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November 2011
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January 2012

December 2011

Auld lang syne: Wishes for 2012

2012. I don't know if I've ever felt so apprehensive about a new year. No, that's not because I believe the Mayans have it right and this is our last one. I'm not being sucked into that whole deal. There are just so many aspects of my life right now that could go well or badly. Not just the book, either.

For one thing, I know it will be a year of change. Again, either for better or worse. Still, while I certainly have New Year's dreams for my family and I, bad habits I need to break, and plenty of room for trying to make myself a better person, there are other wishes  (serious and downright trivial) I'm thinking about as well. 

And here we go:

1) I want Katy Perry to stop singing songs that I don't want my kids to listen to and start doing more songs like Firework.  She has a great voice, but I don't like hearing kids my daughter's age singing Teenage Dream. While I'm at it, I hope she and Russell Brand patch things up. I'm thinking a divorce is a lousy way to start a new year.

2) Rath Lasher selfishly, I want this company... Paperself ... to strike it big. They make designer paper false eyelashes with intricate designs. I want to wear these--no, really! (See picture) However, I don't want to be the only one wearing them. Once they trend, I'm in! Check out all their cool designs! Which would you wear?


3) I'm hoping for both sides of the political coin to realize they are working for PEOPLE. Not just themselves, not just corporations ... not just the political party they belong to.

4) I want true journalism to come back into play.

5) I want my friends' entertainment podcast, GeekFest Rants, to go viral. (Shameless plug, yes. But they really do a nice job with genre entertainment!)

6) For Stephenie Meyer, I hope shooting of the movie version of The Host goes nicely in 2012. Aaaaaand, I hope the casting is far better than Twilight. While I'm on the topic, I hope more people realize what an amazing story Meyer created with The Host.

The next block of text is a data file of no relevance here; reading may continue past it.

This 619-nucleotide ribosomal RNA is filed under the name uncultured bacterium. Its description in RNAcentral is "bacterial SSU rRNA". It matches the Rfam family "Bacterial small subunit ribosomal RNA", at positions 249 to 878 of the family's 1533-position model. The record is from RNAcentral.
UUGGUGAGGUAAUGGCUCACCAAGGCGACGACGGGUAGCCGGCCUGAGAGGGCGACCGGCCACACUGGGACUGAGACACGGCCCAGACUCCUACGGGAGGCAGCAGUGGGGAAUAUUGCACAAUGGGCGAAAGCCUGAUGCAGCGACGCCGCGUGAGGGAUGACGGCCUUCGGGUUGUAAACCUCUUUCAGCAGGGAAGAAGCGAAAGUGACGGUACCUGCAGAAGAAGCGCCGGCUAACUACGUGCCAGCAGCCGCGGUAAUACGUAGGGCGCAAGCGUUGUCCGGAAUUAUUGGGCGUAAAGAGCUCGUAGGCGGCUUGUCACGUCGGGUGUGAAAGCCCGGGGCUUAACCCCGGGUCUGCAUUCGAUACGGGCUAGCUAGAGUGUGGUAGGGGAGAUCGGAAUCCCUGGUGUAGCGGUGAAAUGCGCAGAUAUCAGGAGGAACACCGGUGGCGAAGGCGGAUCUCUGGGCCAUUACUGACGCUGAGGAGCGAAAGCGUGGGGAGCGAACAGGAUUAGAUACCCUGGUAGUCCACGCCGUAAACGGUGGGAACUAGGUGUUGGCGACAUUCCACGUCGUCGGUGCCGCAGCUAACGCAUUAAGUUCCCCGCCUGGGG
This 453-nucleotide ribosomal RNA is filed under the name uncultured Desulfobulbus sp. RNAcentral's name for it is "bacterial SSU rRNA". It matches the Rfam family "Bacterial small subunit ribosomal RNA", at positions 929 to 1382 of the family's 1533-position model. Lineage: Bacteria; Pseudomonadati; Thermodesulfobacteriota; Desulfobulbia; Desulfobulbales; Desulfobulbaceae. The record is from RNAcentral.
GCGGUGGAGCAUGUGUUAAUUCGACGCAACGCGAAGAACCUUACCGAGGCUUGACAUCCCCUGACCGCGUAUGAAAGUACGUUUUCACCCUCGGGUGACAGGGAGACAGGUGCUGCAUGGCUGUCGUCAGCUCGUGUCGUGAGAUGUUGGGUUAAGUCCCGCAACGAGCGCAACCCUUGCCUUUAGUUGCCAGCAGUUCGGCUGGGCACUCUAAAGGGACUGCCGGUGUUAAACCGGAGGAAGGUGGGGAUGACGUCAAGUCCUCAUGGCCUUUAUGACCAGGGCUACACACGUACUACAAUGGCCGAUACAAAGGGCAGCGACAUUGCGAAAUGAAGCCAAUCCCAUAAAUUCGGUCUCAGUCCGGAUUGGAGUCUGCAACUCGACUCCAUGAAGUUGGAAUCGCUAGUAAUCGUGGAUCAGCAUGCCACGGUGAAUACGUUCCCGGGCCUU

7) I want American Girl to come out with an alien doll. As in, from another planet. Folks have asked them for an albino doll and for handicapped dolls ... the company just won't bite. I suppose the idea isn't Ag doll profitable enough. Never mind the fact that they could do a special limited edition with some of the money going to an organization like that works  to help albino children in East Africa. You know ... help American Girls to be  good citizens of the world.  So if that's a no-go, how about going off the charts with something new and interesting that emphasizes individuality? You know, Meep Meep from Mars comes to Earth, becomes a citizen, and now is an American Girl. Of course, she comes with accessories like her hot pink ray gun that shoots rainbows, a table and chair set made with materials only found on Mars, a glog set (Martian version of a tea set), and her own pet ... a purple yip with a leash that attaches to its middle horn. 

Seriously, want to support the cause of three sisters trying to get American girl to create a doll with albinism? Visit their FB page.

8) There are several single men in my life for which I wish a serious romance in 2012. You know who you are. Ladies in their late thirties to late forties, I'm talking names! But you have to be genuine, unselfish, and have a humongous sense of humor!

9) Flying cars

10) My top wish for 2012? I want parents to stop teaching intolerance and hate to their kids, either directly or indirectly. Let's teach the benefits and value of unique personalities and interests, multiculturalism, varying points of view and different genetic makeups instead.  In other words, let's not have any suicides due to bullying in 2012. 

Oh....and there's one more:

11) I hope people stop believing the world will end in December 2012...or else it's going to be one heck of a long year!

Best wishes for a wonderful 2012 to you and your family! What do you wish for the world for 2012? And...would you wear the Paperself eyelashes? Which one?


Giveaways ... Young Adult Fantasy Novel or otherwise!

We've had a lot of disgruntled conversations about giveaways in my house recently--the type that involve spoiling movie endings, novel plots, and revealing gifts. There should be a name for that little pin that bursts the self-control bubble behind our lips when we know we should keep our mouths shut. 

Movie spoilers are the worst. My son, when watching a movie for the second time while I am seeing it for the first, is famous for lines such as "Just wait until...." Funny thing is, he hates when his friend does it. I watched three boys threaten to put tape across a fourth's mouth at my son's birthday gathering viewing of Super 8. The poor kid just couldn't contain that little pin. Then what does my own boy wonder do one week later? He sucks the suspense clear out of Rise of the Planet of the Apes on me!

In the Kindleboards community you can find authors who are ticked over reviewers who lay out whole stories (including ending) in reviews. My feeling is, is a review. The thing is, a good reviewer will indicate a spoiler alert at the start of the review. Really, that's only fair, isn't it?